Tag Archives: Odysseus

Discovering the Sources for the First Gospel, 2

Aeneas tells Dido the misfortunes of the Troja...

Aeneas tells Dido the misfortunes of the Trojan city. Oil on canvas, 1815. (Photo credit: Wikipedia)

This post continues my notes from Adam Winn’s book that he produced from a Postdoctoral Research Fellowship at the Dominican Biblical Institute, Mark and the Elijah-Elisha narrative : considering the practice of Greco-Roman imitation in the search for Markan source material. The first post explained why Winn believes a study of the ways in which the Roman poet Virgil imitated and rewrote Homer’s epics, the Iliad and the Odyssey, in order to compose his own epic, the Aeneid, has potential relevance for a study of how the author of the Gospel of Mark might have used his written sources.

We outlined two of Virgil’s techniques of imitation in that first post, conflation and reversal, and in this post we look at the other techniques. A third post will list and explain criteria Winn will propose to assist us in analysing the Gospel’s literary sources.

Diffusion

Diffusion refers to Virgil’s technique of taking a single episode or character from his source (Homer) and dividing it into multiple episodes or characters. To illustrate this technique Winn points to the way Virgil has based three different characters on aspects of the life (or rather death) of one person in Homer’s Odyssey, Elpenor.

  • Elpenor was the youngest of Odysseus’s crew. While on Circe’s island he climbed up to a roof-top to sleep, but in the morning he forgot where he was and fell to his death.
  • Odysseus, leaving in haste to carry out his mission to visit Hades, was unaware of his fate. In Hades Elpenor’s ghost was the first one Odysseus met. Elpenor explained how he died and begged Odysseus return to where he died and give him a proper burial.
  • Odysseus carried out Elpenor’s wishes. He returned to Circe’s island to carry out Elpenor’s wishes. Odysseus mourned, cut logs for a pyre, burned the body and erected a grave marked with an oar.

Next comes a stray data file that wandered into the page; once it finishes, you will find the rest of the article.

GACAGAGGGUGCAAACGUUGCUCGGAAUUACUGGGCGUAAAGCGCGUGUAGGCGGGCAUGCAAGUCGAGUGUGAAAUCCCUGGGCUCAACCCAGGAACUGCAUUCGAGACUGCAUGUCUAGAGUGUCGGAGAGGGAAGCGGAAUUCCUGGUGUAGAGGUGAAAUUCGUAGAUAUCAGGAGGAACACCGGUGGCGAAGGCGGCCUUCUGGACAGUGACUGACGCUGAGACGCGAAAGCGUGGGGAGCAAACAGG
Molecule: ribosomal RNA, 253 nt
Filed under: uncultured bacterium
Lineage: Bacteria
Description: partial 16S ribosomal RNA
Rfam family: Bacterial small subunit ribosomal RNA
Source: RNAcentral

1. Virgil used the Elpenor narrative as his template for the death of Palinurus.

  • At sea Palinurus, the helmsman, fell asleep and thus fell to his death in the sea.
  • When Aeneas, like Odysseus, visited Hades, Palinurus was the first to meet him. Like Elpenor, Palinurus told Aeneas how he had died and also begged for a burial. But Virgil never recounts Aeneas burying Palinurus.

2. In Virgil’s epic, the Sybil oracle instructed Aeneas to bury Misenus before he attempted to enter Hades. This Aeneas did. He found the body, mourned, cut logs for a pyre, then erected a grave marked with an oar.

3. Homer’s epic portrayed Odysseus returning from Hades to bury Elpenor. Virgil did not depict Aeneas burying Palinurus, but he did have Aeneas, on his return from Hades, burying his nurse, Caieta.

In Virgil’s imitation of the Homeric episode of Elpenor, we see Virgil using imitative techniques we have not yet seen . . . He essentially turns one Homeric character into three, i.e., Elpenor becomes Palinurus, Misenus, and Caieta. He also takes the events of one Homeric episode and diffuses them into three different episodes. (p. 29)

Compare what we find in the Gospel of Mark. read more »

John the Baptist foreshadowed in Homer’s Odyssey?

http://www.flickr.com/photos/-lucie-/4321533423/

http://www.flickr.com/photos/-lucie-/4321533423/

Another interesting observation in Bruce Louden‘s Homer’s Odyssey and the Near East is his drawing a possible link between John the Baptist and Halitherses in the Odyssey. Louden explains that Halitherses is an aged prophet, close to the hero Odysseus, who warns the nobles in Odysseus’ absence to stop their evil plans or they will suffer the judgment of Odysseus upon his return.

That was enough to send me back to reading the Odyssey and I think the following passage that depicts Halitherses’  “preaching” worth quoting in full. I conclude with another in which Louden shows us that the message of the return of the king to his kingdom in the Odyssey is in a sense called “good news”, a word very similar to “gospel”. read more »